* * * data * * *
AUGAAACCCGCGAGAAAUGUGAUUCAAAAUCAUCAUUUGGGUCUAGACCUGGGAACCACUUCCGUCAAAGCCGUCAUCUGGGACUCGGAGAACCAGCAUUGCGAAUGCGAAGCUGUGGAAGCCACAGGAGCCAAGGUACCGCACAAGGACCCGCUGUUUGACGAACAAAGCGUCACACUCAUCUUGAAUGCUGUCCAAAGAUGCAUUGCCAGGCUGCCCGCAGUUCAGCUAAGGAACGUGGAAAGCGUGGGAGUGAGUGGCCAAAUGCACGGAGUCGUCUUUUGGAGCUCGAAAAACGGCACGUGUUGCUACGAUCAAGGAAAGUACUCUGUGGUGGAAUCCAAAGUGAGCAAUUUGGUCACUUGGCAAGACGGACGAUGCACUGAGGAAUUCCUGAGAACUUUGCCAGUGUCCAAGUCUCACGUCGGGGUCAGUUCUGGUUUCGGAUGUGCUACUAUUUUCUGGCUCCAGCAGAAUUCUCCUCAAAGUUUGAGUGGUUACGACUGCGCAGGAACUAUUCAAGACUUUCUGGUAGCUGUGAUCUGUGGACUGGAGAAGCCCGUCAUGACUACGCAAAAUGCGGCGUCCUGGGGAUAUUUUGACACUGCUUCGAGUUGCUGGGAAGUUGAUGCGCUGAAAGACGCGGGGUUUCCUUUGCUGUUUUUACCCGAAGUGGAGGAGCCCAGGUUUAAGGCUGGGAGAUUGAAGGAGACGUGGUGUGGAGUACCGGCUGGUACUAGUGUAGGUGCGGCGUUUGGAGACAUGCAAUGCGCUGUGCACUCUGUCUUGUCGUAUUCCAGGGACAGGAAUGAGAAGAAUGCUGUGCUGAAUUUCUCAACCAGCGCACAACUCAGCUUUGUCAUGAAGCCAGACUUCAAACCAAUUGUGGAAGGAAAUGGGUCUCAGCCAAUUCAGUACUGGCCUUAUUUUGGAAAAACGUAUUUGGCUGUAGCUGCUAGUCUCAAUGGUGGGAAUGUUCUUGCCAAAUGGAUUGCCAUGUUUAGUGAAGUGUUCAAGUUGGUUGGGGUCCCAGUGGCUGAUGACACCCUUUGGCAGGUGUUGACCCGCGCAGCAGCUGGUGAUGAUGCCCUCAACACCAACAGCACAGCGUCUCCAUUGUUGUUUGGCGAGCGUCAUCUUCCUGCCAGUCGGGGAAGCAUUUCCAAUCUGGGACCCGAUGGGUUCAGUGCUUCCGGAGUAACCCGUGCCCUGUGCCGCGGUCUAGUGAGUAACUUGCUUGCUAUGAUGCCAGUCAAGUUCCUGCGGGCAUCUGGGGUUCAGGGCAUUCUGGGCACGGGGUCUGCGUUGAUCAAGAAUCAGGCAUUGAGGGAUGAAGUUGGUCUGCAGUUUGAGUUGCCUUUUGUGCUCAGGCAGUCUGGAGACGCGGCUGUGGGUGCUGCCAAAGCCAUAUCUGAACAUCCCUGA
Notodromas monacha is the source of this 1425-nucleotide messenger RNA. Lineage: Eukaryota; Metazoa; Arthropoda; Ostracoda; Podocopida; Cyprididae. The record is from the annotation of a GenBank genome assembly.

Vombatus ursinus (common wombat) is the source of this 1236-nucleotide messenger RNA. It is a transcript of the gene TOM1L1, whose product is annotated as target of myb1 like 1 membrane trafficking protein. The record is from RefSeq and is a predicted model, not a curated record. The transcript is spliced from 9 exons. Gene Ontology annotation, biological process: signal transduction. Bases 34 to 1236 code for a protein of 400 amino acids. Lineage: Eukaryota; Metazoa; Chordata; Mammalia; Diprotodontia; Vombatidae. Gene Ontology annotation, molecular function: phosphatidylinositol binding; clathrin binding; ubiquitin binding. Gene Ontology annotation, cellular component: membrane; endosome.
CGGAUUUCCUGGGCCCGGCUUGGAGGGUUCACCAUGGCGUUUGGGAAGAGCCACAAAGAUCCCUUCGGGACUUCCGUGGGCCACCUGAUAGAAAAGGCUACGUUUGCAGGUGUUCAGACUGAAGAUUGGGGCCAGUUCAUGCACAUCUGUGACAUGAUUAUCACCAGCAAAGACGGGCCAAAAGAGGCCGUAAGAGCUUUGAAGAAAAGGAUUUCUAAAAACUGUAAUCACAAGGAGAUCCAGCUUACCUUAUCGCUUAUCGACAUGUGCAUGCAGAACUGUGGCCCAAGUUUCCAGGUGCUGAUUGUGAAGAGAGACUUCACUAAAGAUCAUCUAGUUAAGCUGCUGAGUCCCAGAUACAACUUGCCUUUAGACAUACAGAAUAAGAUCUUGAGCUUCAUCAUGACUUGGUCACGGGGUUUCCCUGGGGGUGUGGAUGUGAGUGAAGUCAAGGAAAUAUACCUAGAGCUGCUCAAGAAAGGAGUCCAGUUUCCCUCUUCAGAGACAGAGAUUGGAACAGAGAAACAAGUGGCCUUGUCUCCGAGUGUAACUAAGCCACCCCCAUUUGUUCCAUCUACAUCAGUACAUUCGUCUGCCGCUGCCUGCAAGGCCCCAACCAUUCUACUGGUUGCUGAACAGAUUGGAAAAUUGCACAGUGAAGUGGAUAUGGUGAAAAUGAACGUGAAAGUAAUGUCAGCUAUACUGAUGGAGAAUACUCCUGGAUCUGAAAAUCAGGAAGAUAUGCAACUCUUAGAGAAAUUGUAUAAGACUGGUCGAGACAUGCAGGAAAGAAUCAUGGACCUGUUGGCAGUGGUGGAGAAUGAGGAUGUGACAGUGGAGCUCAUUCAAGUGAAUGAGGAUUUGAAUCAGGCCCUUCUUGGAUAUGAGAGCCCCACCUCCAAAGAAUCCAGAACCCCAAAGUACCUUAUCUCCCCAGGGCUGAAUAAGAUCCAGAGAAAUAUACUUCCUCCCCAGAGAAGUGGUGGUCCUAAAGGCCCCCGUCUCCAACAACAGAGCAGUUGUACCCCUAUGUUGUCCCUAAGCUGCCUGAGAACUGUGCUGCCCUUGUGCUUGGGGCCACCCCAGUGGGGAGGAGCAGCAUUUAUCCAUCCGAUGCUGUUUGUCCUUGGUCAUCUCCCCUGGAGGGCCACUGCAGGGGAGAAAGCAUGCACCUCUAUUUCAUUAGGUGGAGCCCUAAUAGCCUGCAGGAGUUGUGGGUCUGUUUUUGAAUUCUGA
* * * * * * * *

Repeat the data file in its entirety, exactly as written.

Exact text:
AUGAAACCCGCGAGAAAUGUGAUUCAAAAUCAUCAUUUGGGUCUAGACCUGGGAACCACUUCCGUCAAAGCCGUCAUCUGGGACUCGGAGAACCAGCAUUGCGAAUGCGAAGCUGUGGAAGCCACAGGAGCCAAGGUACCGCACAAGGACCCGCUGUUUGACGAACAAAGCGUCACACUCAUCUUGAAUGCUGUCCAAAGAUGCAUUGCCAGGCUGCCCGCAGUUCAGCUAAGGAACGUGGAAAGCGUGGGAGUGAGUGGCCAAAUGCACGGAGUCGUCUUUUGGAGCUCGAAAAACGGCACGUGUUGCUACGAUCAAGGAAAGUACUCUGUGGUGGAAUCCAAAGUGAGCAAUUUGGUCACUUGGCAAGACGGACGAUGCACUGAGGAAUUCCUGAGAACUUUGCCAGUGUCCAAGUCUCACGUCGGGGUCAGUUCUGGUUUCGGAUGUGCUACUAUUUUCUGGCUCCAGCAGAAUUCUCCUCAAAGUUUGAGUGGUUACGACUGCGCAGGAACUAUUCAAGACUUUCUGGUAGCUGUGAUCUGUGGACUGGAGAAGCCCGUCAUGACUACGCAAAAUGCGGCGUCCUGGGGAUAUUUUGACACUGCUUCGAGUUGCUGGGAAGUUGAUGCGCUGAAAGACGCGGGGUUUCCUUUGCUGUUUUUACCCGAAGUGGAGGAGCCCAGGUUUAAGGCUGGGAGAUUGAAGGAGACGUGGUGUGGAGUACCGGCUGGUACUAGUGUAGGUGCGGCGUUUGGAGACAUGCAAUGCGCUGUGCACUCUGUCUUGUCGUAUUCCAGGGACAGGAAUGAGAAGAAUGCUGUGCUGAAUUUCUCAACCAGCGCACAACUCAGCUUUGUCAUGAAGCCAGACUUCAAACCAAUUGUGGAAGGAAAUGGGUCUCAGCCAAUUCAGUACUGGCCUUAUUUUGGAAAAACGUAUUUGGCUGUAGCUGCUAGUCUCAAUGGUGGGAAUGUUCUUGCCAAAUGGAUUGCCAUGUUUAGUGAAGUGUUCAAGUUGGUUGGGGUCCCAGUGGCUGAUGACACCCUUUGGCAGGUGUUGACCCGCGCAGCAGCUGGUGAUGAUGCCCUCAACACCAACAGCACAGCGUCUCCAUUGUUGUUUGGCGAGCGUCAUCUUCCUGCCAGUCGGGGAAGCAUUUCCAAUCUGGGACCCGAUGGGUUCAGUGCUUCCGGAGUAACCCGUGCCCUGUGCCGCGGUCUAGUGAGUAACUUGCUUGCUAUGAUGCCAGUCAAGUUCCUGCGGGCAUCUGGGGUUCAGGGCAUUCUGGGCACGGGGUCUGCGUUGAUCAAGAAUCAGGCAUUGAGGGAUGAAGUUGGUCUGCAGUUUGAGUUGCCUUUUGUGCUCAGGCAGUCUGGAGACGCGGCUGUGGGUGCUGCCAAAGCCAUAUCUGAACAUCCCUGA
Notodromas monacha is the source of this 1425-nucleotide messenger RNA. Lineage: Eukaryota; Metazoa; Arthropoda; Ostracoda; Podocopida; Cyprididae. The record is from the annotation of a GenBank genome assembly.

Vombatus ursinus (common wombat) is the source of this 1236-nucleotide messenger RNA. It is a transcript of the gene TOM1L1, whose product is annotated as target of myb1 like 1 membrane trafficking protein. The record is from RefSeq and is a predicted model, not a curated record. The transcript is spliced from 9 exons. Gene Ontology annotation, biological process: signal transduction. Bases 34 to 1236 code for a protein of 400 amino acids. Lineage: Eukaryota; Metazoa; Chordata; Mammalia; Diprotodontia; Vombatidae. Gene Ontology annotation, molecular function: phosphatidylinositol binding; clathrin binding; ubiquitin binding. Gene Ontology annotation, cellular component: membrane; endosome.
CGGAUUUCCUGGGCCCGGCUUGGAGGGUUCACCAUGGCGUUUGGGAAGAGCCACAAAGAUCCCUUCGGGACUUCCGUGGGCCACCUGAUAGAAAAGGCUACGUUUGCAGGUGUUCAGACUGAAGAUUGGGGCCAGUUCAUGCACAUCUGUGACAUGAUUAUCACCAGCAAAGACGGGCCAAAAGAGGCCGUAAGAGCUUUGAAGAAAAGGAUUUCUAAAAACUGUAAUCACAAGGAGAUCCAGCUUACCUUAUCGCUUAUCGACAUGUGCAUGCAGAACUGUGGCCCAAGUUUCCAGGUGCUGAUUGUGAAGAGAGACUUCACUAAAGAUCAUCUAGUUAAGCUGCUGAGUCCCAGAUACAACUUGCCUUUAGACAUACAGAAUAAGAUCUUGAGCUUCAUCAUGACUUGGUCACGGGGUUUCCCUGGGGGUGUGGAUGUGAGUGAAGUCAAGGAAAUAUACCUAGAGCUGCUCAAGAAAGGAGUCCAGUUUCCCUCUUCAGAGACAGAGAUUGGAACAGAGAAACAAGUGGCCUUGUCUCCGAGUGUAACUAAGCCACCCCCAUUUGUUCCAUCUACAUCAGUACAUUCGUCUGCCGCUGCCUGCAAGGCCCCAACCAUUCUACUGGUUGCUGAACAGAUUGGAAAAUUGCACAGUGAAGUGGAUAUGGUGAAAAUGAACGUGAAAGUAAUGUCAGCUAUACUGAUGGAGAAUACUCCUGGAUCUGAAAAUCAGGAAGAUAUGCAACUCUUAGAGAAAUUGUAUAAGACUGGUCGAGACAUGCAGGAAAGAAUCAUGGACCUGUUGGCAGUGGUGGAGAAUGAGGAUGUGACAGUGGAGCUCAUUCAAGUGAAUGAGGAUUUGAAUCAGGCCCUUCUUGGAUAUGAGAGCCCCACCUCCAAAGAAUCCAGAACCCCAAAGUACCUUAUCUCCCCAGGGCUGAAUAAGAUCCAGAGAAAUAUACUUCCUCCCCAGAGAAGUGGUGGUCCUAAAGGCCCCCGUCUCCAACAACAGAGCAGUUGUACCCCUAUGUUGUCCCUAAGCUGCCUGAGAACUGUGCUGCCCUUGUGCUUGGGGCCACCCCAGUGGGGAGGAGCAGCAUUUAUCCAUCCGAUGCUGUUUGUCCUUGGUCAUCUCCCCUGGAGGGCCACUGCAGGGGAGAAAGCAUGCACCUCUAUUUCAUUAGGUGGAGCCCUAAUAGCCUGCAGGAGUUGUGGGUCUGUUUUUGAAUUCUGA